While Mariano Rodríguez honed his painting skills in international art hubs like Mexico City and New York, his heart and inspiration always resided in his homeland. Influenced by artistic giants such as Diego Rivera and Paul Cézanne, Mariano Rodríguez, as he preferred to be known, embarked on a unique artistic exploration.
Mariano’s oeuvre encompassed a wide array of international art styles, including Cubism and Abstract Expressionism. These styles served as a means to delve into the everyday motifs of Cuban existence—fruits, flowers, fishing boats, and villagers. He ingeniously forged a visual language that was intrinsically Cuban, reflecting the essence of his native land.
Mariano played a pivotal role in leading a generation of artists who shared a common goal: the construction of a distinct Cuban national identity through art. Iberia Pérez González, a curator at Miami’s Pérez Art Museum, emphasizes the significance of this mission. In August, the Pérez Art Museum is set to host the inaugural retrospective of Mariano’s work in the United States. Pérez González believes that a new generation of artists will have the opportunity to draw inspiration from the captivating sights that once enthralled Mariano.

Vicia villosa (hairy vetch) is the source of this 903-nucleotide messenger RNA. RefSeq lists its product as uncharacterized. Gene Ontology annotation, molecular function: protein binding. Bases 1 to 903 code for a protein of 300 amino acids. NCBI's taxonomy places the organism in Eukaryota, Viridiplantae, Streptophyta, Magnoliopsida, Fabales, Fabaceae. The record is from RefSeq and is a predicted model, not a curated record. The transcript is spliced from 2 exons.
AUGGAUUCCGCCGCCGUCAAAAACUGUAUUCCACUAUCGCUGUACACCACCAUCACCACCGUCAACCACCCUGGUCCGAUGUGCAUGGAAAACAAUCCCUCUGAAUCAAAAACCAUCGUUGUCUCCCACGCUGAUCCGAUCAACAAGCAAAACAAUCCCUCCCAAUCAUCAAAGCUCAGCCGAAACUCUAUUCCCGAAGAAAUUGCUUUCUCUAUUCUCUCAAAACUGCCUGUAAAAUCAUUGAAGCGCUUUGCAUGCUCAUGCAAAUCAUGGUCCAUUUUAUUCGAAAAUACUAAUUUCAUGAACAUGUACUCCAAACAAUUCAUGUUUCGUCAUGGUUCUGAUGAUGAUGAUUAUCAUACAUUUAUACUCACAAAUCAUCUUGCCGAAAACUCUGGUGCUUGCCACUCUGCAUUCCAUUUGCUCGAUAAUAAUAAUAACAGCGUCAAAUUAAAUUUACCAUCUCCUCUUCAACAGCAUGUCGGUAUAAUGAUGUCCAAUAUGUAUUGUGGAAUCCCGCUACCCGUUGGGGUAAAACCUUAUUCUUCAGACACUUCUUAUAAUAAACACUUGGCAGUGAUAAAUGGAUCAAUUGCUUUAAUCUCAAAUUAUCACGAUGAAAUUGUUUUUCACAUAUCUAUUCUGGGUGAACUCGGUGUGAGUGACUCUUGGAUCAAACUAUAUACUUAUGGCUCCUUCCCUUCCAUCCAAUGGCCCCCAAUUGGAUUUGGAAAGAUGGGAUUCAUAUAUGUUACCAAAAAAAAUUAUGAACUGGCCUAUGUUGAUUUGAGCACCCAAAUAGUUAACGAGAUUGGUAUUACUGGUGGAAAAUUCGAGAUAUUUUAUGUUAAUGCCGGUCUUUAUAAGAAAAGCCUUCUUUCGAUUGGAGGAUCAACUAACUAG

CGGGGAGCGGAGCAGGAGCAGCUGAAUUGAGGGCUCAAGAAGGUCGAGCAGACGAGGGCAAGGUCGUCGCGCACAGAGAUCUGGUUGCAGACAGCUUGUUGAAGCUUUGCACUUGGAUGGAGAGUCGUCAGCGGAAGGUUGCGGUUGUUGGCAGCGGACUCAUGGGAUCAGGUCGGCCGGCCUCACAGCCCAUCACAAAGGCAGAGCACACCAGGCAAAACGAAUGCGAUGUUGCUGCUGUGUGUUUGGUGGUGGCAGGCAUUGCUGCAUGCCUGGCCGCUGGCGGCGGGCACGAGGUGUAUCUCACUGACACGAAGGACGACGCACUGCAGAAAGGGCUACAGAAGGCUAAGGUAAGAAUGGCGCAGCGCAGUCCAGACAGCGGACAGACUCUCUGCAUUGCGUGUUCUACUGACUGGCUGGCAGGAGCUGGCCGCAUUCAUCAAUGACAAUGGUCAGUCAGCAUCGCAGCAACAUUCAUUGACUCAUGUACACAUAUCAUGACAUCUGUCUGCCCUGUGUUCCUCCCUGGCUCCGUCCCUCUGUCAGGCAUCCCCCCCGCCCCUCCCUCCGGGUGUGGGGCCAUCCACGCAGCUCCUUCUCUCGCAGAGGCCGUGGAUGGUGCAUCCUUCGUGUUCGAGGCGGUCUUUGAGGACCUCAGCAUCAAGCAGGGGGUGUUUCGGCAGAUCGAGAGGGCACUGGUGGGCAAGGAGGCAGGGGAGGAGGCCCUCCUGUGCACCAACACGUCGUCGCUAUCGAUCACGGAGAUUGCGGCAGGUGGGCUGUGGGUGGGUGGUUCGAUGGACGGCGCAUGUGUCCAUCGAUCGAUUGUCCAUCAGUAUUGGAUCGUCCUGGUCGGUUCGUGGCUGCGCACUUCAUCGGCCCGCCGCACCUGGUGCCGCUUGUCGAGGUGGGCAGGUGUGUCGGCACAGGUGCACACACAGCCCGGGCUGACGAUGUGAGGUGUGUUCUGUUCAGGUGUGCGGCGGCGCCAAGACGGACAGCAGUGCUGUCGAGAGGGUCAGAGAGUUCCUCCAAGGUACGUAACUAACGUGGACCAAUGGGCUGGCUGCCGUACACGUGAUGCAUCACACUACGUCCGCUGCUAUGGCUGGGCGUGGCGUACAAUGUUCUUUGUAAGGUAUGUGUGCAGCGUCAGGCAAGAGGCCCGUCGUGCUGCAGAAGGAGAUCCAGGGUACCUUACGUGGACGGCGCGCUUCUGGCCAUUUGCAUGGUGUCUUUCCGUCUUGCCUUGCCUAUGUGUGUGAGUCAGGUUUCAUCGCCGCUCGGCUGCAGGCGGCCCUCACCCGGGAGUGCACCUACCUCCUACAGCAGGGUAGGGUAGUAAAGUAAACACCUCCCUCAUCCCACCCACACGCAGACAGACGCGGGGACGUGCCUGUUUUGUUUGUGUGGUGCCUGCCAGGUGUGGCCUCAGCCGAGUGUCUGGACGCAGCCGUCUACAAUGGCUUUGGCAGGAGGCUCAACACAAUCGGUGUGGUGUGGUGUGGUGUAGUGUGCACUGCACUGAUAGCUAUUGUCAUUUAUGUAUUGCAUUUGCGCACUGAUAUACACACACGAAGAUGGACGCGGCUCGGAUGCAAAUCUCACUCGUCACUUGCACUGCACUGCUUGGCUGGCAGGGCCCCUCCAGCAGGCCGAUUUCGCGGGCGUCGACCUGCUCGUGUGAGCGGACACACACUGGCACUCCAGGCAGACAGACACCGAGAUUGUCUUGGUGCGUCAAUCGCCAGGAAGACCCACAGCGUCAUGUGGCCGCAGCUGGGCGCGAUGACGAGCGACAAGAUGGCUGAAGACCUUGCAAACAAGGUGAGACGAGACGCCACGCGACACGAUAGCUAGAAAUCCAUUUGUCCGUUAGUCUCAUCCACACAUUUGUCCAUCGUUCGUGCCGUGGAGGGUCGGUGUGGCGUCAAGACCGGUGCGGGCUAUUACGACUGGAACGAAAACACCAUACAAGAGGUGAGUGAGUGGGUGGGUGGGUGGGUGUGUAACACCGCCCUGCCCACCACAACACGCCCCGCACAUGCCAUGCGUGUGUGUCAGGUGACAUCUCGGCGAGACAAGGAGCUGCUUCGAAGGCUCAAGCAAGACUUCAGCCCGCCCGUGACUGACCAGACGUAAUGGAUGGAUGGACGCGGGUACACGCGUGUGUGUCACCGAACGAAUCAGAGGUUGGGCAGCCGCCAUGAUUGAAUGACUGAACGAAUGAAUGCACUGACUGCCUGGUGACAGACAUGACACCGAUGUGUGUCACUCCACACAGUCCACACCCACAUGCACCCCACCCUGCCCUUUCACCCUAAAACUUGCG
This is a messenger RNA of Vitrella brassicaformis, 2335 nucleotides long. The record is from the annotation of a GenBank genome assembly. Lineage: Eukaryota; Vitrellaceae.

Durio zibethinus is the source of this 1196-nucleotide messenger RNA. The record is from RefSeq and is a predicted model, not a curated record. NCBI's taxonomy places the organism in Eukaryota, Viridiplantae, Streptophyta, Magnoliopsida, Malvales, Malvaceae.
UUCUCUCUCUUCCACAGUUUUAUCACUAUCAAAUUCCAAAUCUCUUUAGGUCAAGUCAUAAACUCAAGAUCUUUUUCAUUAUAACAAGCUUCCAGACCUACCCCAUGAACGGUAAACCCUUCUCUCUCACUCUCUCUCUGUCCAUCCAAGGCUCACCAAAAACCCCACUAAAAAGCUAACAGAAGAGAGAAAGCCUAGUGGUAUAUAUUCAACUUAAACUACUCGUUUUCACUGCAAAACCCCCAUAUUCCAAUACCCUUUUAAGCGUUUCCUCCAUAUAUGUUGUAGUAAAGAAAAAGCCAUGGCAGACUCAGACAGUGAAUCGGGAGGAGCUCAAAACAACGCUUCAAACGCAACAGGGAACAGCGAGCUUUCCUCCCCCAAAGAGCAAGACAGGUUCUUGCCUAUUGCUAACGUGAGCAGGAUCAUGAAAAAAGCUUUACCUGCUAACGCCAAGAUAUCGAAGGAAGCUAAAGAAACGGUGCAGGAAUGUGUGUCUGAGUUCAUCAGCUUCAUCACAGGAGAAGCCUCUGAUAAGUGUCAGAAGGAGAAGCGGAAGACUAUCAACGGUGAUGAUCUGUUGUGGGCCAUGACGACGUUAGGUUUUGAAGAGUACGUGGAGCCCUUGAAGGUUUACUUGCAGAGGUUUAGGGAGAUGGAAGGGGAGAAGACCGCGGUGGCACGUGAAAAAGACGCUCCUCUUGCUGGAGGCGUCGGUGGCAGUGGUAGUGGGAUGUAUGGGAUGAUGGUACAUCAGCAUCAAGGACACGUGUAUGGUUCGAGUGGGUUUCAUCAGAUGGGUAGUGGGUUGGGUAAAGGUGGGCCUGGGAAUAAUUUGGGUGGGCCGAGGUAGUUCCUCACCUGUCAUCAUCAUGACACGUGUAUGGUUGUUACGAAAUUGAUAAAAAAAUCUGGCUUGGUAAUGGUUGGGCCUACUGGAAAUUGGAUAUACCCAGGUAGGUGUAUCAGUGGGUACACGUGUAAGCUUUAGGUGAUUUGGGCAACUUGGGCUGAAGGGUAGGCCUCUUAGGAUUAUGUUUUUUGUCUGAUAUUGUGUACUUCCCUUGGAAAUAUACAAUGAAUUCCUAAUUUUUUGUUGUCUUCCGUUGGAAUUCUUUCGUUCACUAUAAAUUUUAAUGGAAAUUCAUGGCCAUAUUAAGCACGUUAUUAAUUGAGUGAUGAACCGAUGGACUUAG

Mariano’s own words encapsulate his profound connection to Cuba: “It is Cuba that attracts me. The Cuba of Light, baroque form, and color that I desire.” His artistic legacy remains a testament to his unwavering dedication to elevating the ordinary aspects of Cuban life and weaving them into the intricate fabric of the nation’s identity.